Although I attended General Convention in 2012 as a volunteer, attending as a first-time deputy to GC held all kinds of surprises and new experiences. I returned excited, changed and hopeful.
Long 10-12 hours days bouncing between committee meetings and House of Deputies Legislative sessions occurring in separate locations certainly improved the numbers on my fitness app! By day three it was a piece of cake racing up and down 2nd Street in Austin passing familiar faces - some names I knew and some I did not. But I recognized the occasional weariness as it mirrored my own.
The work was exhausting, physically and mentally draining, frustrating, invigorating, stretching, thought-provoking, affirming, calling, searching and expanding. It covered the gamut. And I knew I couldn’t wait to do it all again!
Meetings of the Committee for Racial Justice and Reconciliation, of which I was a member, brought new sacred relationships that could also be challenging. Passion and conviction for important causes forced us all to dig deep, practicing what we preach. We quickly discovered that what at the onset seemed like a long, long conference would barely provide the time needed to accomplish our goals. In the end we relished the success of having collectively dealt with our work and developed strong friendships that will continue long past GC.
Early on, as the committee met in small and large groups to hammer out resolutions that would later go before the entire House of Deputies (HOD), I found that I had to constantly check myself to listen more carefully to all the voices in the room. The growth was fast and furious and the learning curve steep. It was great!
Throughout the conference, I had the privilege of being a part of the marvelous group of people you have come to know as the Diocese of Atlanta Deputation to General Convention. These dedicated individuals did not just show up at our assigned table each day to fulfill some duty. They were present in every way from constantly studying the day’s resolutions, to updating each other on committee work, or simply adding the “glue” to a cohesive group. In all circumstances you, the folks back home, never left their thoughts. Talk invariably included how conversations might take place upon our return home over issues being considered that day and how it would impact our collective church lives. These were often difficult topics that would surely generate some difficult conversations in parishes throughout the Diocese. This was indeed the work of the church, for the church. I encourage you to be on the look-out for opportunities that are presently being planned to discuss such things as Prayer Book revision, Immigration, Israel/ Palestine, and same-sex marriage. The deputies will no doubt find ways to share what happened in Austin. As was mentioned in publications we took all of you with us; the name of every worshipping community in our diocese was on ribbons that hung on our “totem pole” which displayed the name of each diocese. We were aware of your presence with us.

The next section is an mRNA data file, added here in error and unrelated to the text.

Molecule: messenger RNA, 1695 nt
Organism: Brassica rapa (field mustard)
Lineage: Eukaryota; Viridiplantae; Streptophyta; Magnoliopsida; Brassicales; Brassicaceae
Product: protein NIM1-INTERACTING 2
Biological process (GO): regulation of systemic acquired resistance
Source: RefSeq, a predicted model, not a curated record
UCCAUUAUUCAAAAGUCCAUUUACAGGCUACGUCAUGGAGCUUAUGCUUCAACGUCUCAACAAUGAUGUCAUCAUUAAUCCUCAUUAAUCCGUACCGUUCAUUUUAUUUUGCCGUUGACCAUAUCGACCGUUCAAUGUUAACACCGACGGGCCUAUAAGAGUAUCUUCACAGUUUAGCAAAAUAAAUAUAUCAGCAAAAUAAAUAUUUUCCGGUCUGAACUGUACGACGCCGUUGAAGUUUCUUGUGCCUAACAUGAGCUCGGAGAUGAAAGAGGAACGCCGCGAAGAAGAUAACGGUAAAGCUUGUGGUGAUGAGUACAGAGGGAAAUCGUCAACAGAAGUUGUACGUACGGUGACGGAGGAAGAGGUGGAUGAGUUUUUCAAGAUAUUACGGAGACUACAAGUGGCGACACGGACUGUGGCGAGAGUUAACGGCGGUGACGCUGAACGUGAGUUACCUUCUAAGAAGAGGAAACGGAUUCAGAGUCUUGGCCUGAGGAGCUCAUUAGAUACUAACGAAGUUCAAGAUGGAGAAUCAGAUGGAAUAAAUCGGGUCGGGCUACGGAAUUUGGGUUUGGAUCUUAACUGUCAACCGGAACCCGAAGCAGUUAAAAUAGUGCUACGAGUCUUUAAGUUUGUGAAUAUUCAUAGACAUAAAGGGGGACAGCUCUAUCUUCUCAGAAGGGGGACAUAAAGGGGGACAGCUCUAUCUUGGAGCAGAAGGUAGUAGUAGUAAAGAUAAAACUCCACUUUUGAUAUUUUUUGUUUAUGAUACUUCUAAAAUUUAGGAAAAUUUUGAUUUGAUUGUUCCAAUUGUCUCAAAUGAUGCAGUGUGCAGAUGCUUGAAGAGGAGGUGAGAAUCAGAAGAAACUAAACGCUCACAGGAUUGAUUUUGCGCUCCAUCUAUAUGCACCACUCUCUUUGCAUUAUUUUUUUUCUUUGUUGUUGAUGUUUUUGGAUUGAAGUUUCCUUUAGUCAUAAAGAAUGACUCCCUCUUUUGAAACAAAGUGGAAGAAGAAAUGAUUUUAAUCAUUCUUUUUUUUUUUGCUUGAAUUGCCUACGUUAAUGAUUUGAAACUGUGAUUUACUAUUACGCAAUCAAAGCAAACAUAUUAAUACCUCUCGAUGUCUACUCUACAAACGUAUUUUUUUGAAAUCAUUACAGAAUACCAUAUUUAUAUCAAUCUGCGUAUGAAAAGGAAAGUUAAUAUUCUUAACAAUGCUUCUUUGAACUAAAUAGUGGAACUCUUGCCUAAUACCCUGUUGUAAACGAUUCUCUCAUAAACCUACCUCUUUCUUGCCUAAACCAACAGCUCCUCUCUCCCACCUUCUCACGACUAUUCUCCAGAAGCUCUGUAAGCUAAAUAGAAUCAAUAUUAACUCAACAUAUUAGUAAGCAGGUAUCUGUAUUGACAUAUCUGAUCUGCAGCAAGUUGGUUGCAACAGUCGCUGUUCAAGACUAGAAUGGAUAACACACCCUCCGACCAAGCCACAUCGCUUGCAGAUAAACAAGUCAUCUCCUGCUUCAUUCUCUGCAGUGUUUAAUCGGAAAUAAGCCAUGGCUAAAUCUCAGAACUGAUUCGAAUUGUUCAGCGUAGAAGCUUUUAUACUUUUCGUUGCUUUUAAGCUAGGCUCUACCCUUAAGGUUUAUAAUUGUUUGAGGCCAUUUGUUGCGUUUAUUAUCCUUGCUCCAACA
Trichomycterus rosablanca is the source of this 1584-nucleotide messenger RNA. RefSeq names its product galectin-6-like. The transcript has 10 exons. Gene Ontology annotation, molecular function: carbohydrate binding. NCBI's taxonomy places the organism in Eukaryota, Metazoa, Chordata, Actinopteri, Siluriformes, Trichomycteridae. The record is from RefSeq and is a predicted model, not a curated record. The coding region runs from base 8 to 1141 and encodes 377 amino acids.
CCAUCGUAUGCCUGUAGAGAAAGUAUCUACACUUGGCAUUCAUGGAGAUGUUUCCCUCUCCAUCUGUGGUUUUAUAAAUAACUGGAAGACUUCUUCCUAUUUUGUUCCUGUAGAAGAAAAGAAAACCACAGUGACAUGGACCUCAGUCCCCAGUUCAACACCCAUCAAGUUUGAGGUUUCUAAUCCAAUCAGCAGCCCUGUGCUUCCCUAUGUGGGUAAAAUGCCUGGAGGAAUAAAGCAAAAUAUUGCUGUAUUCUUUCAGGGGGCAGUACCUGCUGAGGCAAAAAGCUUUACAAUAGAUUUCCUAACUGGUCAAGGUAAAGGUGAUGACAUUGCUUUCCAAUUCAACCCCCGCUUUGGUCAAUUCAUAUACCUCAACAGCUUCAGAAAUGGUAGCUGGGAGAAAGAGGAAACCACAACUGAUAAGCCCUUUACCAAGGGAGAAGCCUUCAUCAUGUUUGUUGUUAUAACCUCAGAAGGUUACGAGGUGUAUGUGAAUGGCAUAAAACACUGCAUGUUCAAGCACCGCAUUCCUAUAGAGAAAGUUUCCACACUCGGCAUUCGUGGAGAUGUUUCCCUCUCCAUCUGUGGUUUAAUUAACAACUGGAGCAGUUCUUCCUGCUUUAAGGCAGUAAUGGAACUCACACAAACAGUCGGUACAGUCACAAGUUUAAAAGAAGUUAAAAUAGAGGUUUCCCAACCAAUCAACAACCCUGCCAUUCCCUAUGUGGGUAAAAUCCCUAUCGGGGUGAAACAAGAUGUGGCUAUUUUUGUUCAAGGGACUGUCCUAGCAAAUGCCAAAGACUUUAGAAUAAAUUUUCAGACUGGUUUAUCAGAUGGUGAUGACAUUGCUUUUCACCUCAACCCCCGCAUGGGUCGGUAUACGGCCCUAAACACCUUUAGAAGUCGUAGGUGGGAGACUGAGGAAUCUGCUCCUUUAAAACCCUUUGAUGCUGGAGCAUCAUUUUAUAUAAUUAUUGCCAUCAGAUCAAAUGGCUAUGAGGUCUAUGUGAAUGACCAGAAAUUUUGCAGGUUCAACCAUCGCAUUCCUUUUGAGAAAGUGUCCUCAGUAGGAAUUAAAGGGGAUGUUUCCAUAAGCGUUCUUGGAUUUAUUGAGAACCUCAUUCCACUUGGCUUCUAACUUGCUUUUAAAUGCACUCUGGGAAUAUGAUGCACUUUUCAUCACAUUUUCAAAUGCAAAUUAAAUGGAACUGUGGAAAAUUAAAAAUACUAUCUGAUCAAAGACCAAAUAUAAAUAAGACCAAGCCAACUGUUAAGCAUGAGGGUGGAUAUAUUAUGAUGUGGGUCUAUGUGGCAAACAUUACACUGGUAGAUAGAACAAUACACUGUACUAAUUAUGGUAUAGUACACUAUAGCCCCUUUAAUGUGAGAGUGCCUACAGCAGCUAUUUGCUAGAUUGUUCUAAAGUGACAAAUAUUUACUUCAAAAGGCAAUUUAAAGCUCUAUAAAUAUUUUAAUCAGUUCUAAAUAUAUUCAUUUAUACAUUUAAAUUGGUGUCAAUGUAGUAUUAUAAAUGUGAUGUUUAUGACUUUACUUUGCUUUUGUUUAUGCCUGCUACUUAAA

I would like to thank all of you who followed us during GC. It meant a great deal to read comments or “likes” to our postings on Facebook and other social media. We were feeling the love and prayers and were sustained by it. Keep asking questions and feel free to reach out to any of us to visit your parish to share our experience. Continue to explore the issues because GC was only the beginning. Be a part of the conversations.
A big thank you, also, to all our families who supported us and held down the fort during our extended time away.
It is impossible to speak of General Convention without mentioning the pigeons! Our feathered friends showed up and decided to stay, credentials or not. They became unofficial mascots and often provided some much-needed comic relief. They were quite the celebrities. I’ve always said God has a sense of humor and this was a perfect demonstration. I wonder what they told their friends about the human’s actions?
Lastly, Bishop Curry, repeatedly exhorted us to “Follow the Way of Jesus” both in Austin and on returning home. He reminded us that what happens in Austin better not stay in Austin! This was to be continuing work, personally and in community. We practiced this throughout our work there and imagined how we might live it out at home inviting the whole diocese to join us.
I’m going to circle around to the beginning now when the first article was published in Connecting in March as we prepared for General Convention. “And this means what to me?” It means everything to all of us. The work of GC eventually makes its way back to each parish, each pew, each conversation in Sunday School, each interaction with your fellow human. It all speaks to who we are as Episcopalians and who we are as beloved children of God.
Some stats from General Convention:
- 517 resolutions were dealt with: 19 incomplete, 498 complete
- Hot topics: Prayer Book revision, trial use of marriage liturgy, same sex marriage, return of Cuba as a diocese of TEC, Israel/Palestine issues, immigration, evangelism, racial healing, justice and reconciliation, and of course the budget. (and the pigeons)
- Legislative sessions: 47 hrs
- Legislative committees and hearings: 29 hrs
- Worship: 38 hrs
- Round trip to Austin: 951 miles and 2hrs flight time
- Typical steps tracked during GC: 82,000+
- Average hours of sleep: 5 hrs
- New phone numbers I came home with: about 20
- Weight gain: 5 pounds
- Snacks on deputation table: Granola bars, Kind bars, Hersey’s miniature chocolates, nuts, crackers, pretzels, etc. - hence the above number but it kept us going!
Blessings and peace,